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The Campanian Amphitheater of Capua – history and legend

The Campanian Amphitheater of Capua is an imposing structure that contains the history and grandeur of the ancient Roman city of Capua (located where the present-day city of Santa Maria Capua Vetere stands today). This amphitheater is still one of the most fascinating and well-preserved archaeological sites in Italy.

The history of the Campanian Amphitheater

The Campanian Amphitheatre, whose construction began in the Republican era in the 1st century BC. and was completed in the 1st century AD. during the time of Emperor Augustus, it is one of the oldest known Roman amphitheatres. It was used for entertainment such as gladiator fights, wild animal hunts and theatrical performances. Spectacles were an important form of entertainment for the Roman population, and the amphitheater was one of the most prestigious places to witness such events.

The amphitheater occupies an area of approximately 38,500 square meters and can accommodate up to 50,000 spectators. Its gigantic size and imposing architecture are testament to the mastery and grandeur of Roman engineering. The structure was built in local stone, with meticulous attention to architectural details.

Like many other Roman amphitheatres, the Campanian Amphitheater suffered a slow decline over the centuries. With the rise of the Byzantine Empire and growing political and social instabilities, the use of the amphitheater for performances and games declined. Its stones were often plundered for the construction of other structures nearby.

In the following years, the amphitheater was partly submerged by mud deposits coming from the nearby river, the Volturno, which flooded the surrounding area. This mud covering has helped preserve much of the structure over the centuries.

Spartacus, the rebel gladiator

The Amphitheater of Capua was the stage of one of the most famous and dramatic chapters in Roman history. In the year 73 BC, Spartacus, a former Thracian gladiator, escaped from the ludus (gladiator school) of Capua along with other gladiator slaves, starting one of the most famous slave revolts in Roman history.

This small group of armed slaves took refuge on Vesuvius, where they began to fight against the Roman troops sent to suppress them. Spartacus quickly emerged as the undisputed leader of the rebellion. His charisma and strategic skill gathered more and more followers, including many rebellious and disinherited slaves. Although Roman forces sent armies to quell the rebellion, Spartacus managed to defeat them in a series of clashes. The rebellion became known as the “Servile War” or the “Slave War”.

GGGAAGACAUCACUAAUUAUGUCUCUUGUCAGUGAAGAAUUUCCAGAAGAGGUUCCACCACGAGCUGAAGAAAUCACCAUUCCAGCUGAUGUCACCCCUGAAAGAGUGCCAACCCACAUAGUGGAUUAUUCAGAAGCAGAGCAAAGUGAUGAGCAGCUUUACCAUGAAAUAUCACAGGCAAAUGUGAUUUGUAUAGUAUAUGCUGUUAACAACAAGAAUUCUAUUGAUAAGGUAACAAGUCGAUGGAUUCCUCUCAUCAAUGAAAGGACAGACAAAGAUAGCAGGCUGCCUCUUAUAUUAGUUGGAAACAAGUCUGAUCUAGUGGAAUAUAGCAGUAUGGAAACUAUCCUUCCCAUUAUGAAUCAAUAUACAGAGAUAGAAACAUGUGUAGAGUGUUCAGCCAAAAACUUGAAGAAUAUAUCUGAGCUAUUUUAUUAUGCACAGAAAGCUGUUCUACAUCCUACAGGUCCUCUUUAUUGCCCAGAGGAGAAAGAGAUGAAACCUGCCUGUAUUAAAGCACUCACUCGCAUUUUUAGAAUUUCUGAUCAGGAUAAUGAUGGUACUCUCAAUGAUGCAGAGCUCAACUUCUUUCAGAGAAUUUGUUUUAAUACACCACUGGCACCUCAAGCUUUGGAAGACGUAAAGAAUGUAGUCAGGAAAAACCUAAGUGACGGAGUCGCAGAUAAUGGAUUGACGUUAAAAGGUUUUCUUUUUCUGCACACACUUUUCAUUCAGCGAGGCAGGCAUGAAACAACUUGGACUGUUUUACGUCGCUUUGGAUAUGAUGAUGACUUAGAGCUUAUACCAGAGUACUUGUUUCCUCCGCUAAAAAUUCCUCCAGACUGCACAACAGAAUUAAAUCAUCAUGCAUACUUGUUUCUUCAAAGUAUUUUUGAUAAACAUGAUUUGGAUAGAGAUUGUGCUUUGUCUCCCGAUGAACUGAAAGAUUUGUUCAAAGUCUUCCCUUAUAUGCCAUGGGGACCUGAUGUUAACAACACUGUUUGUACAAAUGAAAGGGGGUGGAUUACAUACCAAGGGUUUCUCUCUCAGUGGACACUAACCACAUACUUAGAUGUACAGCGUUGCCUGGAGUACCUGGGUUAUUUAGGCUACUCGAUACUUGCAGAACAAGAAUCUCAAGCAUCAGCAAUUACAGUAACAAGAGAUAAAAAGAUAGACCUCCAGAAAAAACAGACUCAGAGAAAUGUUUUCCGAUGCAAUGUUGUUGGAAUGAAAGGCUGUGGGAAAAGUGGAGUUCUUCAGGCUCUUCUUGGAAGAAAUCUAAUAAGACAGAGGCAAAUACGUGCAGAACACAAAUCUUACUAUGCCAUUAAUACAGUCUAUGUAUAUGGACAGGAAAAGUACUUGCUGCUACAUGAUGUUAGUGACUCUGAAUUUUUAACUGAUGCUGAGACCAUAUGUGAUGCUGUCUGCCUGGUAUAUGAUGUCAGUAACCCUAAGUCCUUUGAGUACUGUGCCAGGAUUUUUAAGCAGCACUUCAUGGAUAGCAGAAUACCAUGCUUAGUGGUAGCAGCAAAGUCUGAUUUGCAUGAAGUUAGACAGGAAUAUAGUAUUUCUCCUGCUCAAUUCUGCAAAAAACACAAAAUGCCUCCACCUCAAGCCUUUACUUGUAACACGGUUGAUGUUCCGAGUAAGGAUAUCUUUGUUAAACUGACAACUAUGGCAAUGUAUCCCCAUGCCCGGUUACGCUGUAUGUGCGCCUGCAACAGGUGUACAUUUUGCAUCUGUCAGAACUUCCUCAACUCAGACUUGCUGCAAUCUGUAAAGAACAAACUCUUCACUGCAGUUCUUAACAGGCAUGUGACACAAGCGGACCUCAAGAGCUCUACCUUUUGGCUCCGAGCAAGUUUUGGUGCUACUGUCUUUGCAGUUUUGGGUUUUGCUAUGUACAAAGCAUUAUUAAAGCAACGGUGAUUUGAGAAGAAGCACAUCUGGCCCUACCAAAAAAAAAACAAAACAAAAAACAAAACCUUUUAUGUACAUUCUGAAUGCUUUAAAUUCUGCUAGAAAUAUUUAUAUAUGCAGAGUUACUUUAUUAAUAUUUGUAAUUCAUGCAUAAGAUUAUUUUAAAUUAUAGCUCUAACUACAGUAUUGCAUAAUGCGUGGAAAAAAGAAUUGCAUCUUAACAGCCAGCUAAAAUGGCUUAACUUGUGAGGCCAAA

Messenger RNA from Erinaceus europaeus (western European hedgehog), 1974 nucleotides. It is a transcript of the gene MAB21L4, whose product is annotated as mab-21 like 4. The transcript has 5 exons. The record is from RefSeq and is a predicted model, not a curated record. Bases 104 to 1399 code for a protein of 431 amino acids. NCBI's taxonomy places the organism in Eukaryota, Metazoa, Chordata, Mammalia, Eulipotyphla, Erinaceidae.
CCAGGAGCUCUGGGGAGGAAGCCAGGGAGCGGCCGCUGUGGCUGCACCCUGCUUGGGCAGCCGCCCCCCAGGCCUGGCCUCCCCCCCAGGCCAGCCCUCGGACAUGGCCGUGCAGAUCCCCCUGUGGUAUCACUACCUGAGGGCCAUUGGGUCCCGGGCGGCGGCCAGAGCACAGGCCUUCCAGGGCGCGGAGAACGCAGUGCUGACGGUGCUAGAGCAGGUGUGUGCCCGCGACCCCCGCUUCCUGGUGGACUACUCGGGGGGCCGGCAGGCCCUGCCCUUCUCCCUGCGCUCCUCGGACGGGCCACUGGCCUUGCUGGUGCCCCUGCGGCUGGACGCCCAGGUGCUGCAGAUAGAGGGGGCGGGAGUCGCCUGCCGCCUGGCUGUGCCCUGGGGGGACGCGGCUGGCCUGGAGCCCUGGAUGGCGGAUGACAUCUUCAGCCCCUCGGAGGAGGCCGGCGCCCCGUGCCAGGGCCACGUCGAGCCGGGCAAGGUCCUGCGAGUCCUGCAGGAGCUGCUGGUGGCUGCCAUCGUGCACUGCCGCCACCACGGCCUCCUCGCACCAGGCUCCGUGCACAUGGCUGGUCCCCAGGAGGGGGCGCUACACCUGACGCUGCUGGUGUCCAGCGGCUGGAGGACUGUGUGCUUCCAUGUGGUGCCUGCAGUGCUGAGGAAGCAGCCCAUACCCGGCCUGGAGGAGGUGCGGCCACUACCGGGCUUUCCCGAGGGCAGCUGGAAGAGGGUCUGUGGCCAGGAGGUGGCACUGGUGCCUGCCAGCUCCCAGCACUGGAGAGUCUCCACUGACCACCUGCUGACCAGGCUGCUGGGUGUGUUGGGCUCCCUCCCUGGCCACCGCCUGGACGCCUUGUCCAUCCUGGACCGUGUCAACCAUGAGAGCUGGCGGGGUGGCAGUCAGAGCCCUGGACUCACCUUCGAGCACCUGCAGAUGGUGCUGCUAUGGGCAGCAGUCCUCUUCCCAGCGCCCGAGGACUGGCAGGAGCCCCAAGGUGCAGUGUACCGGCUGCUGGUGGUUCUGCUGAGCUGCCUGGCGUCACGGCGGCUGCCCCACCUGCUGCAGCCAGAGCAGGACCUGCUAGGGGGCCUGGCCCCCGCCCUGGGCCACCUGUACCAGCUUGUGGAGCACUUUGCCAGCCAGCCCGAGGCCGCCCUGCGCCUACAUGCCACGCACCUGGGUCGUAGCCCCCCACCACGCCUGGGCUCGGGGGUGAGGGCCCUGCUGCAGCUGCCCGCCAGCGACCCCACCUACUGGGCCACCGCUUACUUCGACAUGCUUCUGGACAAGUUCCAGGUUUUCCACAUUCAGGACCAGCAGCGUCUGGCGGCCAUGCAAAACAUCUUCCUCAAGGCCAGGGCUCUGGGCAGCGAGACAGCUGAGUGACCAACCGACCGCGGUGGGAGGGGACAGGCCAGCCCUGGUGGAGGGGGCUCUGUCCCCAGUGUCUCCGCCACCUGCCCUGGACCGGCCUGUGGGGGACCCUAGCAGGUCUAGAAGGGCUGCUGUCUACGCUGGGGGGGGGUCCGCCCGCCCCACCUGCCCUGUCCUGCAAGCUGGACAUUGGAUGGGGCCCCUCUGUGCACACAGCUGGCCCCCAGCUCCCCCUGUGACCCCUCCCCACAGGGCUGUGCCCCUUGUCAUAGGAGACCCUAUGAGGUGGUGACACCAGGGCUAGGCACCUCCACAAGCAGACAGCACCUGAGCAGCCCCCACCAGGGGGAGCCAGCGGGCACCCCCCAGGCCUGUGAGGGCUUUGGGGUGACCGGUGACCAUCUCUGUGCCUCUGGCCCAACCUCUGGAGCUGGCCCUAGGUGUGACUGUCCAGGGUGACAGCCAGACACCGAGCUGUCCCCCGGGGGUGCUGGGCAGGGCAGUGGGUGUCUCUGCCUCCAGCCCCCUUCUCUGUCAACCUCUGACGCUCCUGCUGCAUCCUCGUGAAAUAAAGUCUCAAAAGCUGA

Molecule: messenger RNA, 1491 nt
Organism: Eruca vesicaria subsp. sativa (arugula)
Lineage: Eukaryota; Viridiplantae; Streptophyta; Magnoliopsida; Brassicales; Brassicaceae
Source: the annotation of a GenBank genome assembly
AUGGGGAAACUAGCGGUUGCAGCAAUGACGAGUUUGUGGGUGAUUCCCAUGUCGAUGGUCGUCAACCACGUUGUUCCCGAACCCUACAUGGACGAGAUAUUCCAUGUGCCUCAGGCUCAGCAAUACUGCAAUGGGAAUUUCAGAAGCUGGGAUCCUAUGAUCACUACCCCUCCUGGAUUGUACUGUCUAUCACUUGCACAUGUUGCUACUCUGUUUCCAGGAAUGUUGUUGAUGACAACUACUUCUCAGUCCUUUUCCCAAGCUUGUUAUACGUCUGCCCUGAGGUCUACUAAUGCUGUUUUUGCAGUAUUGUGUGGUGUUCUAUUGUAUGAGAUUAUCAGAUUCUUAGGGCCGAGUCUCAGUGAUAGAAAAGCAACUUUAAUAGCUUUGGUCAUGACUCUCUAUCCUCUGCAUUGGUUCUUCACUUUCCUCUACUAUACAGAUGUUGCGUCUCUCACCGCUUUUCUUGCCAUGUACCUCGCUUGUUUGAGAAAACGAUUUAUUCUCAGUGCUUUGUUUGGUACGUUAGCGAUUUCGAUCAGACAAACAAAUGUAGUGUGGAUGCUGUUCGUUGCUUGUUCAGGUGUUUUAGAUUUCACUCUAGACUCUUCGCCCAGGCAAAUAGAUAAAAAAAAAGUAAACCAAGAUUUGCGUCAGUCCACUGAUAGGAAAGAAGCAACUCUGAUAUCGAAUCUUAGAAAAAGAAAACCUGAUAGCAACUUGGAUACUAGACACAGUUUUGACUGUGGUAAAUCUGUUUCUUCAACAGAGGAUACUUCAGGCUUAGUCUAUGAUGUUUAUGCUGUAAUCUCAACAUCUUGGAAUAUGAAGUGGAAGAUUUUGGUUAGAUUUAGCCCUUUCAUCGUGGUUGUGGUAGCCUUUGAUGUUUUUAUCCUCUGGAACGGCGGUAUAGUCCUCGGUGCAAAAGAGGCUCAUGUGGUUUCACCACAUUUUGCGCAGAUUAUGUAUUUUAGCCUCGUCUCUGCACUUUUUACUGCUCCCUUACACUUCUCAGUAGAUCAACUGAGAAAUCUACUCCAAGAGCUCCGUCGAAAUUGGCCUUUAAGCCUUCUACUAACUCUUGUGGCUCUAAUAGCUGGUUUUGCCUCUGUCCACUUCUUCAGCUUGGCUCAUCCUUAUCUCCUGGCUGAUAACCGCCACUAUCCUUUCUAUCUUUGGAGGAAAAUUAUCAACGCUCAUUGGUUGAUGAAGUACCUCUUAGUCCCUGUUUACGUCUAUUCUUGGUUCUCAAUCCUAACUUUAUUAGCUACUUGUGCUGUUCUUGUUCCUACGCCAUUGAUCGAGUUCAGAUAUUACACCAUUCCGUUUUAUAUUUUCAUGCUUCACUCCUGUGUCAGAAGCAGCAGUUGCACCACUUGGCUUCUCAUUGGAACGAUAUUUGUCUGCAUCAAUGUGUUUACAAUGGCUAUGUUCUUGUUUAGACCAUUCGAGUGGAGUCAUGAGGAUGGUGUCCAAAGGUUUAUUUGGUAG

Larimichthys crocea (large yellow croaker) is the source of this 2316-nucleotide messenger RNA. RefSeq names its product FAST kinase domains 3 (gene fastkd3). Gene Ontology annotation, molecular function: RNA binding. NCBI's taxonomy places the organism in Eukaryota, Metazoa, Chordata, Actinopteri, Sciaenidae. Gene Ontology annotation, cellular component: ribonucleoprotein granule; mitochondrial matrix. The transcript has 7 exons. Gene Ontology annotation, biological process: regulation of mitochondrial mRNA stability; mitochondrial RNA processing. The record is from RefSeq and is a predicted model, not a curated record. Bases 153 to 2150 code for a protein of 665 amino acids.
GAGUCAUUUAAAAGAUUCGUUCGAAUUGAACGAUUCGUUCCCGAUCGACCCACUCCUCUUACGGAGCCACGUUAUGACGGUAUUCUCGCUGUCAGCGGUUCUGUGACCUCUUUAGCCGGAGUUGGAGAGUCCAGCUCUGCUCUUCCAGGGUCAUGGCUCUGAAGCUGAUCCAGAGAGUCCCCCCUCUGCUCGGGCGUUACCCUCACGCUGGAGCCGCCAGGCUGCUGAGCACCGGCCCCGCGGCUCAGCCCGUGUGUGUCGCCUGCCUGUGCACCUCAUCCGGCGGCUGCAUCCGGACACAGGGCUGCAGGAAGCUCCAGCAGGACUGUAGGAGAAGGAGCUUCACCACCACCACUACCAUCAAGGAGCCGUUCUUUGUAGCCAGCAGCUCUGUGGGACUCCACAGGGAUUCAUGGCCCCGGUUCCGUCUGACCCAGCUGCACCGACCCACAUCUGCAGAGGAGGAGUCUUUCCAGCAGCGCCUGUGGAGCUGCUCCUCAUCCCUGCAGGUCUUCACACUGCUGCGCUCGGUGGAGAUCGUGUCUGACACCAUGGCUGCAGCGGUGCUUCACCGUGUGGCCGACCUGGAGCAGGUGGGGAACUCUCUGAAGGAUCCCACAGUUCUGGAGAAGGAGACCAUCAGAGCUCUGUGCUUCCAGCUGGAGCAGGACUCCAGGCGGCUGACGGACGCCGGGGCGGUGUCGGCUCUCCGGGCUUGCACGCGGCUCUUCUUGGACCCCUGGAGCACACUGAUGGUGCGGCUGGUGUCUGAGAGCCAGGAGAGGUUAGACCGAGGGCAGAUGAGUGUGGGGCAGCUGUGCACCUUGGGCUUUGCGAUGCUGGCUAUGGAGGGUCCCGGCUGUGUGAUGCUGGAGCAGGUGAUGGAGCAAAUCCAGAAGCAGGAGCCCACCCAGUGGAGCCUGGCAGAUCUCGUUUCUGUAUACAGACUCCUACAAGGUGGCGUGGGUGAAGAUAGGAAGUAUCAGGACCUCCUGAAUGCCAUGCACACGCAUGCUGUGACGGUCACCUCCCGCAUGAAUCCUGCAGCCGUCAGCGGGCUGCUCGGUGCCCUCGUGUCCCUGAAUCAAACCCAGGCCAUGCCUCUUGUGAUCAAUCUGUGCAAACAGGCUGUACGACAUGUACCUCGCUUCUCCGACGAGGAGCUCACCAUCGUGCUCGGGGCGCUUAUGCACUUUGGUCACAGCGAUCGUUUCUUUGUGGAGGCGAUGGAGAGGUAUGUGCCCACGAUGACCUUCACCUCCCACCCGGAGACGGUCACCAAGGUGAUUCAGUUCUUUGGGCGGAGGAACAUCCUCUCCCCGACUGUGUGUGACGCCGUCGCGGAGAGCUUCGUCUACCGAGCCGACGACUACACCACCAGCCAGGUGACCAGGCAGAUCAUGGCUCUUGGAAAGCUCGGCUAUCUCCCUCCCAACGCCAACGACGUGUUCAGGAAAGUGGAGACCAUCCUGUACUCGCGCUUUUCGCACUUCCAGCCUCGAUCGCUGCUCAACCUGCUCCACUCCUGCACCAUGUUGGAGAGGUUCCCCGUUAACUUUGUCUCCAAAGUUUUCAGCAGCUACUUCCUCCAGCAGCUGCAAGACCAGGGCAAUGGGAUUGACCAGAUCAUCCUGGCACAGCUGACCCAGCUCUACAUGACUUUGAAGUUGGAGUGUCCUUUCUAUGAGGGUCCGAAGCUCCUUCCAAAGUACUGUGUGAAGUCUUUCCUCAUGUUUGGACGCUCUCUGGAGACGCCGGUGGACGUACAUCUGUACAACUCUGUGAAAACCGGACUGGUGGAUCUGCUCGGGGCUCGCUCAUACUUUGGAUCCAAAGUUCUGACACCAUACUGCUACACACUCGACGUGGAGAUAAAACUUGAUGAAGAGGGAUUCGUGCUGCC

Despite his victories, Spartacus was unable to maintain unity among his followers. In 71 BC, Spartacus and his army were finally defeated in a crucial battle against the Roman army led by general Crassus. After the defeat, thousands of rebels were captured and brutally crucified along the Appian Way, as a warning against future acts of rebellion.

Despite his death, Spartacus became a symbol of the struggle for freedom against oppression. His story has been told in numerous literary works, including Howard Fast’s famous work “Spartacus” and the television series “Spartacus.” His courage and determination continue to inspire those fighting for justice and freedom everywhere the world.

The Amphitheater of Capua has also been used as a film set for many other films, including “Ben-Hur” (1959) and “Gladiator” (2000).

Open to the public

In recent decades, the Campanian Amphitheater has been the subject of important restoration works and remains open to the public for visits and cultural events. These conservation efforts have brought much of the ancient amphitheater back to light and shown visitors the grandeur of Roman architecture.

Today, visitors can explore the Campanian Amphitheatre, admire its majestic ruins and appreciate its historical importance. Guided tours provide in-depth insight into the history and architecture of the amphitheater, taking visitors back in time to the golden age of Capua and the Roman Empire.

In addition to the central part of the amphitheater, some of the underground corridors that were used for shows are still visible. These corridors were connected to a series of galleries and rooms that housed the animals and gladiators before the fights began. The complexity and ingenuity of this underground system testifies to the organization and efficiency of the ancient Romans.

The amphitheater of Capua is an unmissable stop for lovers of archeology and Roman history. With its magnificence and timeless charm, this ancient monument reminds us of the incredible legacy left to us by the Romans and transports us back in time, immersing us in the grandeur of ancient Capua.